Turn on the TV, watch it on your app, set your DVRs, do whatever it is people do these days, but at 2 p.m. ET we are doing a full special "crypto" hour of "Power Lunch."
Frankly, we could have filled three or four hours with all the segments we wanted to book. There are so many areas to explore--all the different blockchains, NFTs, the monetary policy of each different coin, regulatory and ransomware issues, mining and environmental concerns, etc., etc. I'd ask for your questions, but I think we already have too many!
So we'll squeeze in what we can today. And since we're a pretty self-aware bunch, yes, we realize an hourlong special like this is typically a pretty "toppy" sign. That said, if nearly half of millennial millionaires have more than 25% of their net worth in crypto, well, there's a lot at stake in how Bitcoin and Ether and all the rest of them trade from here.
Just yesterday, J.P. Morgan warned that "the shift in Bitcoin futures into backwardation is a bearish signal echoing 2018" (this is the Panigirtzoglou team). Apparently Bitcoin and Ether haven't been in such a position (when the longer-dated futures imply a lower price than the near-term ones) since then.
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"This is an unusual development and a reflection of how weak Bitcoin demand is at the moment from institutional investors" that tend to use such contracts, the team wrote. Are these investors getting cold feet? How many large institutions--including insurance companies and pension funds--will actually shift some small percentage of their portfolios into Bitcoin or other cryptos in the future?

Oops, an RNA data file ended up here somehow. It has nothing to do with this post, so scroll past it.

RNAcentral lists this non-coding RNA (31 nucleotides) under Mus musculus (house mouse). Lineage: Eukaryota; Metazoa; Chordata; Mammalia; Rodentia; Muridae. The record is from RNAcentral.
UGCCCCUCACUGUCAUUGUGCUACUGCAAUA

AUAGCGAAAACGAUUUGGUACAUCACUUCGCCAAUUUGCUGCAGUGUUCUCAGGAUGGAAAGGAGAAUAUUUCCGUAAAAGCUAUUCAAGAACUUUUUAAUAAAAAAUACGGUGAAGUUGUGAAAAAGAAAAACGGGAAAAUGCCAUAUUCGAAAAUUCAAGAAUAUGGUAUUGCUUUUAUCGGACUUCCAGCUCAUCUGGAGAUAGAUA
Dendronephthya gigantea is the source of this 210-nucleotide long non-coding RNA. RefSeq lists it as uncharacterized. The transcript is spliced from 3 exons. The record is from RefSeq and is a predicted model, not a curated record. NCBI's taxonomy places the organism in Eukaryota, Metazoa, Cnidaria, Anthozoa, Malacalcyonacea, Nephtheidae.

That answer (which partly depends on the price of Bitcoin, self-fulfillingly) will help determine how high Bitcoin prices can stay from here. And if Bitcoin falls below the average $21,000 purchase price (at least among Coinbase users) that Mizuho identified in its survey a few weeks back, will the retail base continue to "hodl" or will their "diamond hands" be a thing of the past? The supply of Bitcoin may be fixed but there are plenty of other cryptos to pick from these days--and others can be created at seemingly any time. Will they all continue to rise and fall together, or not?
So many questions, so little time. See you at 1 p.m!